Basic Laboratory Equipment & Supplies
Video: Introduction to cell culture
This video provides an overview of the basic equipment used in cell culture and proper laboratory set-up. Guidance on how to work safely and aseptically in a cell culture hood is introduced and demonstrated.
Types of Incubators
There are two basic types of incubators, dry incubators and humid CO2 incubators. Dry incubators are more economical, but require the cell cultures to be incubated in sealed flasks to prevent evaporation. Placing a water dish in a dry incubator can provide some humidity, but they do not allow precise control of atmospheric conditions in the incubator. Humid CO2 incubators are more expensive, but allow superior control of culture conditions. They can be used to incubate cells cultured in Petri dishes or multiwell plates, which require a controlled atmosphere of high humidity and increased CO2 tension.
A cell culture laboratory should have storage areas for liquids such as media and reagents, for chemicals such as drugs and antibiotics, for consumables such as disposable pipettes, culture vessels, and gloves, for glassware such as media bottles and glass pipettes, for specialized equipment, and for tissues and cells. Glassware, plastics, and specilized equipment can be stored at ambient temperature on shelves and in drawers; however, it is important to store all media, reagents, and chemicals according to the instructions on the label.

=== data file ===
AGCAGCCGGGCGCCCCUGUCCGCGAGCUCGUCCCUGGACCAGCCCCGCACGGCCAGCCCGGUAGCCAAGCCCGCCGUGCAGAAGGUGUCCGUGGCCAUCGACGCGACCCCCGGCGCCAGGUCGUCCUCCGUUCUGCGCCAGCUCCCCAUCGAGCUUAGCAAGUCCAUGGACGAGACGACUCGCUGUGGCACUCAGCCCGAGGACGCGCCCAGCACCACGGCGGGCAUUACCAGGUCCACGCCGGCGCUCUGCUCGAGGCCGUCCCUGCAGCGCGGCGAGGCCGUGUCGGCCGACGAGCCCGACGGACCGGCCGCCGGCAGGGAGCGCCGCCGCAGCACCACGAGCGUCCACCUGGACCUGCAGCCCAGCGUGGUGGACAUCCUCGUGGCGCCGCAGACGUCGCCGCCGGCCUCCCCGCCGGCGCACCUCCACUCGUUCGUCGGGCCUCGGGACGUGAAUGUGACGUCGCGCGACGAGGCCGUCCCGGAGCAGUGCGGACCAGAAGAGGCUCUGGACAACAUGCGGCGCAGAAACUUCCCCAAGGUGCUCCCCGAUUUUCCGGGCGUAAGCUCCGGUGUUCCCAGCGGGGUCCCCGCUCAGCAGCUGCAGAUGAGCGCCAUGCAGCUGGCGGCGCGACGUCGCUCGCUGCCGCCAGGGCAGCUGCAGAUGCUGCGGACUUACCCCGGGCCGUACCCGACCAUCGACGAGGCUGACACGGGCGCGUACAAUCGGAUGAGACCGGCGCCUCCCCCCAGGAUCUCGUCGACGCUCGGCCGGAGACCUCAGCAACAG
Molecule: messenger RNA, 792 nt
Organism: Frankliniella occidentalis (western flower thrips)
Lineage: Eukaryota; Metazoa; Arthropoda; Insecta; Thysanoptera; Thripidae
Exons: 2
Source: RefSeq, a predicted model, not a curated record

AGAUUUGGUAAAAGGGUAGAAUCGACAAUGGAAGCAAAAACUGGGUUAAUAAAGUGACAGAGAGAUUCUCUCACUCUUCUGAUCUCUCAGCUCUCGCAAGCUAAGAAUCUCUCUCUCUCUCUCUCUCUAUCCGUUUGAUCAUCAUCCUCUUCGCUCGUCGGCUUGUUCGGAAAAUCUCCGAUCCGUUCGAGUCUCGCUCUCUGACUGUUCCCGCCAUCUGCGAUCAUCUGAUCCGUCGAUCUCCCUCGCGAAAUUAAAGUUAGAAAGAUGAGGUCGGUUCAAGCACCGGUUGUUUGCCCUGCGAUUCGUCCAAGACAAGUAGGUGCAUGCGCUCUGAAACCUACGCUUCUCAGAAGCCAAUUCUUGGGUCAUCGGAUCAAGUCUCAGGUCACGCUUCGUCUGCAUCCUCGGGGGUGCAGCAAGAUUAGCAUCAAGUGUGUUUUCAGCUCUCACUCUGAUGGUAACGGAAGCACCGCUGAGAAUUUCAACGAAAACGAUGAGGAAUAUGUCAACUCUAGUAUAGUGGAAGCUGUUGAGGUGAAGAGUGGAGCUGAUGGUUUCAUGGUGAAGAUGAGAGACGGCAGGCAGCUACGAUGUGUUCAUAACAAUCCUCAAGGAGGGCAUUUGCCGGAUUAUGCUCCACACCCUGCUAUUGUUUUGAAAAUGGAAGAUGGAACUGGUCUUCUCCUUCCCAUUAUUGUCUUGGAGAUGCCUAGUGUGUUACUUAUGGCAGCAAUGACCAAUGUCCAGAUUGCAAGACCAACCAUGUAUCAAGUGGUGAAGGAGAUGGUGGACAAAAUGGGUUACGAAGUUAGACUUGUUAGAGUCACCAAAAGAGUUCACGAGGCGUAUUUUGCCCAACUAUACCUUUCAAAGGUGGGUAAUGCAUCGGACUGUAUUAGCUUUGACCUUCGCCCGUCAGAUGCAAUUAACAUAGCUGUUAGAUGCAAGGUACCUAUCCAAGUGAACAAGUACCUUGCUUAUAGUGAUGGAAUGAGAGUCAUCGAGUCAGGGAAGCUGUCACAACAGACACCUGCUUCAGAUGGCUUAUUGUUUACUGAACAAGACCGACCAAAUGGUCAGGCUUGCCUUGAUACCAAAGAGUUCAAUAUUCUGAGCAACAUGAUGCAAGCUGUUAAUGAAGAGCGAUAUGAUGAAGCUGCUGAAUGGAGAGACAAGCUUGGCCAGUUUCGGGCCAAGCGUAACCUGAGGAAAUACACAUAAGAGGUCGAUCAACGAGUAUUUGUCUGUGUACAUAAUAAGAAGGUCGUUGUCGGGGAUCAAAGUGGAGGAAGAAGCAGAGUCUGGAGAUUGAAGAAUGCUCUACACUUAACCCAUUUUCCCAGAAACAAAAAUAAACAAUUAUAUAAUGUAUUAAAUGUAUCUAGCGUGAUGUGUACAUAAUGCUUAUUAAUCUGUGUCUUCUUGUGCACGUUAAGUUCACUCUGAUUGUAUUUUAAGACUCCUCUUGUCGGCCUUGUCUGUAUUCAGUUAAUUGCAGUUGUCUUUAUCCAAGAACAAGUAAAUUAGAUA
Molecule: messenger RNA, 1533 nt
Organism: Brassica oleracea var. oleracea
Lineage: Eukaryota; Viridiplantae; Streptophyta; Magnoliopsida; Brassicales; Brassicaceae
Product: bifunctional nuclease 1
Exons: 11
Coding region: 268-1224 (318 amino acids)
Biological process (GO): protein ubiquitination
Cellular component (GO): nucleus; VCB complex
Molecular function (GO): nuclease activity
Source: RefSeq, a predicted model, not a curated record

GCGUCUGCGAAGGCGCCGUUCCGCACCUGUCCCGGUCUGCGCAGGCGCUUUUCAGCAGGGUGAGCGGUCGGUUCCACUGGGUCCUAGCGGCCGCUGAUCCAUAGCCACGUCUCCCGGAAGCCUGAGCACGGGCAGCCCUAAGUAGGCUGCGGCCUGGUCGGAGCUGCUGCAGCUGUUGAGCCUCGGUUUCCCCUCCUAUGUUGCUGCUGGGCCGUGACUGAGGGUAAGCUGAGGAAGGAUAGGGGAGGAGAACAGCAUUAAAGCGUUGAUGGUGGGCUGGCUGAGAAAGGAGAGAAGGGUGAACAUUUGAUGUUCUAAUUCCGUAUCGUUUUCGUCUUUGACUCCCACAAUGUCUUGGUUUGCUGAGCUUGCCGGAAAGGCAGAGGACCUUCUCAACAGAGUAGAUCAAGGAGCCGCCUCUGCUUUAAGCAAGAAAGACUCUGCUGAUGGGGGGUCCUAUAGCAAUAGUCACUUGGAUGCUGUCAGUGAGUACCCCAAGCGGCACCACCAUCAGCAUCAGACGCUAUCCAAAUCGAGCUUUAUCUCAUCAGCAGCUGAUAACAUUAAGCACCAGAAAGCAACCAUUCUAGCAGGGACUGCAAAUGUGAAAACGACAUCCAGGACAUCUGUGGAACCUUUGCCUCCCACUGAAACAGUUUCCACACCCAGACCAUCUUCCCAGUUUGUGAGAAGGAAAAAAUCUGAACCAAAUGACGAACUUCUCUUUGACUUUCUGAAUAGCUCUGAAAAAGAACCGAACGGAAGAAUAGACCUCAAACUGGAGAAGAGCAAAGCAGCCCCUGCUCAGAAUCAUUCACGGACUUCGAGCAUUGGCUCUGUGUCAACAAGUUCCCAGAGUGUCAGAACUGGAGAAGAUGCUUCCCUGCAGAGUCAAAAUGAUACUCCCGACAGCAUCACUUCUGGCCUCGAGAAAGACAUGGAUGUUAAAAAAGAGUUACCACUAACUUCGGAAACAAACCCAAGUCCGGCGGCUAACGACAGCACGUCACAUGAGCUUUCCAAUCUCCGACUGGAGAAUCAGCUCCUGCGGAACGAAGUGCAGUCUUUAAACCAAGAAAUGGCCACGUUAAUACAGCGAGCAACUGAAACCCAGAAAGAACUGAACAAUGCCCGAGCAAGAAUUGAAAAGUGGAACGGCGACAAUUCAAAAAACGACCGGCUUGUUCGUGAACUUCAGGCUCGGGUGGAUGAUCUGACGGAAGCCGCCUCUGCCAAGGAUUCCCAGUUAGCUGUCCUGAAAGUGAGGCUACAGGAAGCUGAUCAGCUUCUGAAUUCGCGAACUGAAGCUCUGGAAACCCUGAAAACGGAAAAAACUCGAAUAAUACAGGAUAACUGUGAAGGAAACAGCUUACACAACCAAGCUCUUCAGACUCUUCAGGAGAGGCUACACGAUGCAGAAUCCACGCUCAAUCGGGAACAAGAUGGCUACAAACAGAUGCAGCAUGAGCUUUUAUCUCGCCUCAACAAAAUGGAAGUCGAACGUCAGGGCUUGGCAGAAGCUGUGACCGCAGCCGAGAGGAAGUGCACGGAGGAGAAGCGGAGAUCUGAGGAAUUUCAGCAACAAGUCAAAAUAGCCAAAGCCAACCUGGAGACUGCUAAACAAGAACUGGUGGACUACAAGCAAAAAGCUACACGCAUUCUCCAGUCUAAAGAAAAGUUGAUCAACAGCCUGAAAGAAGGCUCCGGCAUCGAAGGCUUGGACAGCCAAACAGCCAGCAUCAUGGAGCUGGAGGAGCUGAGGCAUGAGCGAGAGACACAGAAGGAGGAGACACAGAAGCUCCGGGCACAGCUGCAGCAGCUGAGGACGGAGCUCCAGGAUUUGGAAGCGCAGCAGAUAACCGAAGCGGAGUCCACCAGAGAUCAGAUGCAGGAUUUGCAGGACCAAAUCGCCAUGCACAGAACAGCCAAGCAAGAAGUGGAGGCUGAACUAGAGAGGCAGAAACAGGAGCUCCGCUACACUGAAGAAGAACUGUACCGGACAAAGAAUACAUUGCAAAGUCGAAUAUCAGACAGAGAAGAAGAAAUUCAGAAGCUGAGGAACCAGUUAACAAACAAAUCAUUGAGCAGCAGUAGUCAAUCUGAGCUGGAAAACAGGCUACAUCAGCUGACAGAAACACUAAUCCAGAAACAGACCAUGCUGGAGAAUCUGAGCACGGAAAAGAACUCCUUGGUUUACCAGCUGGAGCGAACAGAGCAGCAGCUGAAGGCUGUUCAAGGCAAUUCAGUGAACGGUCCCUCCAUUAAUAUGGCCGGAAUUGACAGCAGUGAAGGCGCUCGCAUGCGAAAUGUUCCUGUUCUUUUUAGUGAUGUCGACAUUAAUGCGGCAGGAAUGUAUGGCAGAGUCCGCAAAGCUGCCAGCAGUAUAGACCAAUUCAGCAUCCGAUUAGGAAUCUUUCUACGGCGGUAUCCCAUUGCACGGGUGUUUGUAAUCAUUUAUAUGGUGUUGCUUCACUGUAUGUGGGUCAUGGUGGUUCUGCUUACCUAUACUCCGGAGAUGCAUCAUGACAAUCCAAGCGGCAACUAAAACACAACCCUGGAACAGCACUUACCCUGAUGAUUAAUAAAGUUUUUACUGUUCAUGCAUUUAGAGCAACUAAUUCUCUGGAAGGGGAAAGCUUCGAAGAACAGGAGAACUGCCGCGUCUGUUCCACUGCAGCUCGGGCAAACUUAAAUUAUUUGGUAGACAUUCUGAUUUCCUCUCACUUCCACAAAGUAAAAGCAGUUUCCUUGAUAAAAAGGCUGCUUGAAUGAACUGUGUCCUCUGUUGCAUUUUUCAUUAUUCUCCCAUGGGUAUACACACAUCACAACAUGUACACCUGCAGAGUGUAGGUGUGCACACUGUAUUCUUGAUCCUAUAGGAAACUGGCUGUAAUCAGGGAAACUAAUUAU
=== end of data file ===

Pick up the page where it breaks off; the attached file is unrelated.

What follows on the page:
Some media, reagents, and chemicals are sensitive to light; while their normal laboratory use under lighted conditions is tolerated, they should be stored in the dark or wrapped in aluminum foil when not in use.
There are two main types of liquid-nitrogen storage systems, vapor phase and liquid phase, which come as wide-necked or narrow-necked storage containers. Vapor phase systems minimize the risk of explosion with cryostorage tubes, and are required for storing biohazardous materials, while the liquid phase systems usually have longer static holding times, and are therefore more economical.
Narrow-necked containers have a slower nitrogen evaporation rate and are more economical, but wide-necked containers allow easier access and have a larger storage capacity.
A cell counter is essential for quantitative growth kinetics, and a great advantage when more than two or three cell lines are cultured in the laboratory.
The Countess® Automated Cell Counter is a benchtop instrument designed to measure cell count and viability (live, dead, and total cells) accurately and precisely in less than a minute per sample, using the standard Trypan Blue uptake technique. Using the same amount of sample that you currently use with the hemocytometer, the Countess® Automated Cell Counter takes less than a minute per sample for a typical cell count and is compatible with a wide variety of eukaryotic cells.